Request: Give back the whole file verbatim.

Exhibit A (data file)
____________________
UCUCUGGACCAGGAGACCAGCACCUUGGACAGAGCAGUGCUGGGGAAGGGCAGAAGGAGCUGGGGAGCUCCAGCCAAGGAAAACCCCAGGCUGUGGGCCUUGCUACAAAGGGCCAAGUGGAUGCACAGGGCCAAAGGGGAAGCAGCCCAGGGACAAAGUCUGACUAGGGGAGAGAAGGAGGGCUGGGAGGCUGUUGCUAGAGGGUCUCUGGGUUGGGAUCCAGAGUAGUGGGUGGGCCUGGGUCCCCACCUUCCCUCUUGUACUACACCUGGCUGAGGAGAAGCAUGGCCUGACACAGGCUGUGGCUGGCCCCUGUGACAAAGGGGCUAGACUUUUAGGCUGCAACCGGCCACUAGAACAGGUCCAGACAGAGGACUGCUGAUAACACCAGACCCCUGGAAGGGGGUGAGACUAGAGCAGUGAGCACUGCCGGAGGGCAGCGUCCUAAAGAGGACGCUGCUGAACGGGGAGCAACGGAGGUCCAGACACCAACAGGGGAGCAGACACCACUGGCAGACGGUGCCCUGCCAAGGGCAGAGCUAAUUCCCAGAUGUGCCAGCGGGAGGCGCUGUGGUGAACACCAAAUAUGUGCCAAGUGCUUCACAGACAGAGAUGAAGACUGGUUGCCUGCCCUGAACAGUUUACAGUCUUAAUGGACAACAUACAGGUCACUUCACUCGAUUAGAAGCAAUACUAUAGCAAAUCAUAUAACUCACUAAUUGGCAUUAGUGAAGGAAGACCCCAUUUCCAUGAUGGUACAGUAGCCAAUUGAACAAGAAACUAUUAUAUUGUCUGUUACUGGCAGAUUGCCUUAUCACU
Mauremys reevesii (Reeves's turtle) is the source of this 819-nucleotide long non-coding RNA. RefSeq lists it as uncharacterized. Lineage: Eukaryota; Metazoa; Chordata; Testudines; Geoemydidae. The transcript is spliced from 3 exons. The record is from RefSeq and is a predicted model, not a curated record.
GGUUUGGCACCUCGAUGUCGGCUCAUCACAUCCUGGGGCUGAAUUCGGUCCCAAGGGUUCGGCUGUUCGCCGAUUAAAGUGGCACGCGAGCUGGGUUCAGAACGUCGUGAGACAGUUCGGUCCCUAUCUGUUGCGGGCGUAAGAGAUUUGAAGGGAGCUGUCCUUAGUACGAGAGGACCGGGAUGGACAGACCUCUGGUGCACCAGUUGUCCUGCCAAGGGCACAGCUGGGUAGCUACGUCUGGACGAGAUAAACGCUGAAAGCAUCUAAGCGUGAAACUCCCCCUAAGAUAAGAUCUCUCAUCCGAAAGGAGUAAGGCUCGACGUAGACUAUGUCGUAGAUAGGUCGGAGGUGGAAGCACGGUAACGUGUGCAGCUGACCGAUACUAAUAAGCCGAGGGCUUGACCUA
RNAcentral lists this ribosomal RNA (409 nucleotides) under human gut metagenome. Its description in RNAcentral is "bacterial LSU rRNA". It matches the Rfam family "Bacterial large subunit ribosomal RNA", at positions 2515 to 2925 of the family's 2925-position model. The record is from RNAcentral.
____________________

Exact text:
UCUCUGGACCAGGAGACCAGCACCUUGGACAGAGCAGUGCUGGGGAAGGGCAGAAGGAGCUGGGGAGCUCCAGCCAAGGAAAACCCCAGGCUGUGGGCCUUGCUACAAAGGGCCAAGUGGAUGCACAGGGCCAAAGGGGAAGCAGCCCAGGGACAAAGUCUGACUAGGGGAGAGAAGGAGGGCUGGGAGGCUGUUGCUAGAGGGUCUCUGGGUUGGGAUCCAGAGUAGUGGGUGGGCCUGGGUCCCCACCUUCCCUCUUGUACUACACCUGGCUGAGGAGAAGCAUGGCCUGACACAGGCUGUGGCUGGCCCCUGUGACAAAGGGGCUAGACUUUUAGGCUGCAACCGGCCACUAGAACAGGUCCAGACAGAGGACUGCUGAUAACACCAGACCCCUGGAAGGGGGUGAGACUAGAGCAGUGAGCACUGCCGGAGGGCAGCGUCCUAAAGAGGACGCUGCUGAACGGGGAGCAACGGAGGUCCAGACACCAACAGGGGAGCAGACACCACUGGCAGACGGUGCCCUGCCAAGGGCAGAGCUAAUUCCCAGAUGUGCCAGCGGGAGGCGCUGUGGUGAACACCAAAUAUGUGCCAAGUGCUUCACAGACAGAGAUGAAGACUGGUUGCCUGCCCUGAACAGUUUACAGUCUUAAUGGACAACAUACAGGUCACUUCACUCGAUUAGAAGCAAUACUAUAGCAAAUCAUAUAACUCACUAAUUGGCAUUAGUGAAGGAAGACCCCAUUUCCAUGAUGGUACAGUAGCCAAUUGAACAAGAAACUAUUAUAUUGUCUGUUACUGGCAGAUUGCCUUAUCACU
Mauremys reevesii (Reeves's turtle) is the source of this 819-nucleotide long non-coding RNA. RefSeq lists it as uncharacterized. Lineage: Eukaryota; Metazoa; Chordata; Testudines; Geoemydidae. The transcript is spliced from 3 exons. The record is from RefSeq and is a predicted model, not a curated record.
GGUUUGGCACCUCGAUGUCGGCUCAUCACAUCCUGGGGCUGAAUUCGGUCCCAAGGGUUCGGCUGUUCGCCGAUUAAAGUGGCACGCGAGCUGGGUUCAGAACGUCGUGAGACAGUUCGGUCCCUAUCUGUUGCGGGCGUAAGAGAUUUGAAGGGAGCUGUCCUUAGUACGAGAGGACCGGGAUGGACAGACCUCUGGUGCACCAGUUGUCCUGCCAAGGGCACAGCUGGGUAGCUACGUCUGGACGAGAUAAACGCUGAAAGCAUCUAAGCGUGAAACUCCCCCUAAGAUAAGAUCUCUCAUCCGAAAGGAGUAAGGCUCGACGUAGACUAUGUCGUAGAUAGGUCGGAGGUGGAAGCACGGUAACGUGUGCAGCUGACCGAUACUAAUAAGCCGAGGGCUUGACCUA
RNAcentral lists this ribosomal RNA (409 nucleotides) under human gut metagenome. Its description in RNAcentral is "bacterial LSU rRNA". It matches the Rfam family "Bacterial large subunit ribosomal RNA", at positions 2515 to 2925 of the family's 2925-position model. The record is from RNAcentral.